We’ve got rhinestones, goth cats, anime melodrama, utopian housing, and art hidden in the desert—yep, it’s another week in Los Angeles.
Tuesday, February 5
Diamond In A Rhinestone World: The Costumes Of Dolly Parton
Opening today: Dollywood comes to Hollywood with an extensive exhibit of the most iconic of Dolly Parton’s costumes on display at the Grammy Museum. In conjunction with Parton being honored as the 2019 MusiCares Person of the Year, the historical exhibit will tell her story through dazzling and trend-setting frocks. Through Sunday, March 17; The Grammy Museum, 800 W. Olympic Blvd.
Wednesday, February 6
Revised since its 2015 Off-Broadway run, this documentary musical (you read that right) focuses on a gay man who’s been kicked out of his church and moves to Uganda in order to make a difference in the world… only to find that the corruption there is greater than he ever suspected. Through Saturday, February 23; The Wallis Annenberg Center for the Performing Arts, 9390 N. Santa Monica Blvd., Beverly Hills
Zhang Ruyi: Bonsai
This marks Shanghai-based Zhang Ruyi’s first U.S. solo exhibition. Ruyi uses cement, steel, and ceramic to reconfigure familiar architecture into perception-bending plant-like formations, blurring the line between the human-made and the organic. Through Sunday, March 10; François Ghebaly Gallery, 2245 E. Washington Blvd.
Haitian-American musician Leyla McCalla is like no other artist out there. The multi-lingual multi-instrumentalist (she sings in French, Haitian Creole, and English, and plays cello, tenor banjo, and guitar) makes music that’s deeply soulful and rooted in tradition, yet distinctively contemporary. Zebulon, 2478 N. Fletcher Dr.; 9 p.m.
Thursday, February 7
This all-female troupe consists of some of the most talented improvisers today, with Lauran Lapkus, Mary Holland, Stephanie Allynne, and Erin Whitehead. After sharing the stage together for years, their collective comedic timing is impeccable. For the first half of the show, they chat with a celebrity guest, then improvise scenes drawn from that conversation for the second half. Dynasty Typewriter, 2511 Wilshire Blvd.; 8–9:30 p.m.
Friday, February 8
Beatriz Cortez: Trinidad / Joy Station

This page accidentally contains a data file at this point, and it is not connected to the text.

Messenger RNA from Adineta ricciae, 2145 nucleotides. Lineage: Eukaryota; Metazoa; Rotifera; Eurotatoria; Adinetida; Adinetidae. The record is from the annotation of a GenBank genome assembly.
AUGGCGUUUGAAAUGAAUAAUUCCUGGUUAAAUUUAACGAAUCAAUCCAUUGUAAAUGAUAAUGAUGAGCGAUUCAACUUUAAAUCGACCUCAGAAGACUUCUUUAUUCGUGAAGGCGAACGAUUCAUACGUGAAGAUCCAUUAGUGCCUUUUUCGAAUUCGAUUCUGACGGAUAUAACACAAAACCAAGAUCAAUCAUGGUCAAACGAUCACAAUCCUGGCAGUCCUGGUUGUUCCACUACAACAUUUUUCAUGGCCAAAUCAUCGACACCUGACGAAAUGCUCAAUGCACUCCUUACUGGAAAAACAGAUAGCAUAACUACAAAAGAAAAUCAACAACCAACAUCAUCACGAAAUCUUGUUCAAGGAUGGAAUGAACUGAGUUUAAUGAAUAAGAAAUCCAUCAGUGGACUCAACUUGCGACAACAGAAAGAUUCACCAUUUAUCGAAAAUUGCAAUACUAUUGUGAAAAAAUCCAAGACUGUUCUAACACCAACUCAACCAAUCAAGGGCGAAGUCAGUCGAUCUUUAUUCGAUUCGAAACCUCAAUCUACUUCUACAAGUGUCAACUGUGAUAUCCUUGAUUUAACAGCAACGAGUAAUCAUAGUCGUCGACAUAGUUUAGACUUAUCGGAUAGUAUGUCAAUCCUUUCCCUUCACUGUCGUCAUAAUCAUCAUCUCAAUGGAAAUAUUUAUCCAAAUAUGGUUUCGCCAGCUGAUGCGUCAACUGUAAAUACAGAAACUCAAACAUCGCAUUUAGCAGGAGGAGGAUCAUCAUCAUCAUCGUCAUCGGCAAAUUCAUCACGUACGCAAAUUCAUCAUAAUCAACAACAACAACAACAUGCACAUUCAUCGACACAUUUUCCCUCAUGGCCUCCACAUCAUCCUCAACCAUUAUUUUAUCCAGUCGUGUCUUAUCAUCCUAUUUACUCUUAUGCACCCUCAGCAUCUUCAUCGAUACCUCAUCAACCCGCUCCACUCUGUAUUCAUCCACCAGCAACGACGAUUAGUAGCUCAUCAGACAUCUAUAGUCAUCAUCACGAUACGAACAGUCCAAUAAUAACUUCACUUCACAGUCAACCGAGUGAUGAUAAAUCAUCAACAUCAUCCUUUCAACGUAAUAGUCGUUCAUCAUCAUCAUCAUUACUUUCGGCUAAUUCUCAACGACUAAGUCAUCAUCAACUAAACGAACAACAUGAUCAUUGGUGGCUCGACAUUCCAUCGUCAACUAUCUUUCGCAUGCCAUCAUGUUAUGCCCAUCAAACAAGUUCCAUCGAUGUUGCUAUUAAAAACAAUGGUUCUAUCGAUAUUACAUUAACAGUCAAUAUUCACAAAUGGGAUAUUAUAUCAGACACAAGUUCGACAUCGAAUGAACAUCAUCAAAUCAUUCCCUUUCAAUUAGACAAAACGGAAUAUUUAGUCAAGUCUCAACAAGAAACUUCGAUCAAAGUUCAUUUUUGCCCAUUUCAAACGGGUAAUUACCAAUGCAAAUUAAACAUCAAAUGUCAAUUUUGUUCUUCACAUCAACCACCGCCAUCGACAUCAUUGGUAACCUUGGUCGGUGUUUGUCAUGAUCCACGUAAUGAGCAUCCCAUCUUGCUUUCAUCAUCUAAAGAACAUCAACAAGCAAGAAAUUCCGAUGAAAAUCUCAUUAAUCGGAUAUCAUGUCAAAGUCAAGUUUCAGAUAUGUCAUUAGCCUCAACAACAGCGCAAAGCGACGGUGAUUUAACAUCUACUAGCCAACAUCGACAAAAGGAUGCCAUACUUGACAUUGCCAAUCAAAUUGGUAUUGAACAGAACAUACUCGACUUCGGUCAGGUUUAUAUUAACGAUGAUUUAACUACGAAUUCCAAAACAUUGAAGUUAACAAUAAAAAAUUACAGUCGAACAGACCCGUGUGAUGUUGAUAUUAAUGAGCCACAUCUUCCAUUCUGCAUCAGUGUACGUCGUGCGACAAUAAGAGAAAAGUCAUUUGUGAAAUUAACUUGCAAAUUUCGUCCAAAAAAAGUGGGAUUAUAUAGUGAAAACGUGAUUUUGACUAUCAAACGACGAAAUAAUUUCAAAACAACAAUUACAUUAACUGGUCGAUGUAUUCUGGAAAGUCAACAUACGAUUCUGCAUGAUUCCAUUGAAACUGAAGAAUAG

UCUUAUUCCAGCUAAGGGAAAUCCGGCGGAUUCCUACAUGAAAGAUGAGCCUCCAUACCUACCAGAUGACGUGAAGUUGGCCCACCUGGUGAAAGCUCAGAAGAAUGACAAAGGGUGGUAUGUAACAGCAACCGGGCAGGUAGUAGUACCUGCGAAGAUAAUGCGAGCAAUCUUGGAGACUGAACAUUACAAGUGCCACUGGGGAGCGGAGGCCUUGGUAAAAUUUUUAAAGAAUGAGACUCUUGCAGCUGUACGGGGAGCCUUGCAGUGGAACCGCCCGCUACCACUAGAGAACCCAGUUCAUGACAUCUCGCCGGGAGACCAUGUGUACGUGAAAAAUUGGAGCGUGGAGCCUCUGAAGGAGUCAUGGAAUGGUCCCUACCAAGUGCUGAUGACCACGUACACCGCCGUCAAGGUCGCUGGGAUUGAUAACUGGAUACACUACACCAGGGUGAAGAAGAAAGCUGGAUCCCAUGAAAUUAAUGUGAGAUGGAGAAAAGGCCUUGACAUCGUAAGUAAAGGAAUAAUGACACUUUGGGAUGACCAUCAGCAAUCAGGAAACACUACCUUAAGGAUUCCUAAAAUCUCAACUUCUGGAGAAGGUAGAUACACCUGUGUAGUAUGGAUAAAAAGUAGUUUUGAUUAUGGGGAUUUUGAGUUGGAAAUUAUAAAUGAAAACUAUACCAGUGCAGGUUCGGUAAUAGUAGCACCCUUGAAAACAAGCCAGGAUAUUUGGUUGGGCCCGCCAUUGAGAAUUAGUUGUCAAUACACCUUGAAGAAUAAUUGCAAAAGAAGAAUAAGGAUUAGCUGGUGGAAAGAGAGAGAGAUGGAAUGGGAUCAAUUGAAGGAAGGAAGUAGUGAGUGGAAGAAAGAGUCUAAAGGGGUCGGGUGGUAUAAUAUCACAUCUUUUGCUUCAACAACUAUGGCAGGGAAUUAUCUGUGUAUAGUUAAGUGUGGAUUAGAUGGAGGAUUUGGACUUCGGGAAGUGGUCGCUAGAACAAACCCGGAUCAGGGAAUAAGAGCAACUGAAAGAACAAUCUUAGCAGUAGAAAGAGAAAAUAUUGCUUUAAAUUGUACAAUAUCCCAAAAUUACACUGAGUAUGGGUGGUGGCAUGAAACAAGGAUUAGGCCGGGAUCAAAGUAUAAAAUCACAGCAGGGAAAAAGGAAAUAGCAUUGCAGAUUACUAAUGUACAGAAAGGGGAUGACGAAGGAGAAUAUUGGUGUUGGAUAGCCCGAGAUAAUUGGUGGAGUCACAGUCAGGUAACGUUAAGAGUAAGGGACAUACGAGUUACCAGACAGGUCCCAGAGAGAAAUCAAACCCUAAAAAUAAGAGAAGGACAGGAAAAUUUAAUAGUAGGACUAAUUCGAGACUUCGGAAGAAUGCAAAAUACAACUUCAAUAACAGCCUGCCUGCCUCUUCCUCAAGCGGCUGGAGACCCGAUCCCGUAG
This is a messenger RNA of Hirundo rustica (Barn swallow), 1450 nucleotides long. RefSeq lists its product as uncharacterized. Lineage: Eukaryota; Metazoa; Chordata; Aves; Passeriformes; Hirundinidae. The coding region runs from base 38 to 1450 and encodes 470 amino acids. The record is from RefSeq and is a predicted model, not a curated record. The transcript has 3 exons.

Los Angeles–based Beatriz Cortez creates an architectural dome that references utopian communities in both the United States and present-day El Salvador. Her work subtly comments on the politics of war and current migration issues using architecture, plant life, and historical tradition. Through Sunday, May 12; Craft & Folk Art Museum, 5814 Wilshire Blvd.
Saturday, February 9
Desert X 2019
The second edition of the desert biennial directed by Neville Wakefield includes 19 international artists who have created site-specific installations throughout the desert. This is a free and publicly accessible art event spanning across the Coachella Valley. Through Sunday, April 21
The Edwardian Ball
Not your typical black-tie affair, the Edwardian Ball’s dress code requires that you come as illustrator/writer Edward Gorey’s amusingly morbid characters if you want to enjoy the circus-like atmosphere of this celebration of art, performance, technology, and whimsy. The theme for this year’s ball is taken from Gorey’s book The Epiplectic Bicycle, but you can choose to dress up as any of his sweetly ghoulish characters—whether it’s one of “The Gashlycrumb Tinies” or one of his unsettling cats. The Fonda Theatre, 6126 Hollywood Blvd.; 8 p.m.–2 a.m.
Sunday, February 10
I Want to Eat Your Pancreas
Ignore the grisly title—this anime melodrama about an unlikely friendship between a bookish high-schooler and his popular classmate with terminal cancer has more in common with a John Green novel than with anything related to horror. Fathom Events brings it to various theaters on February 7 and 10; see the website for details.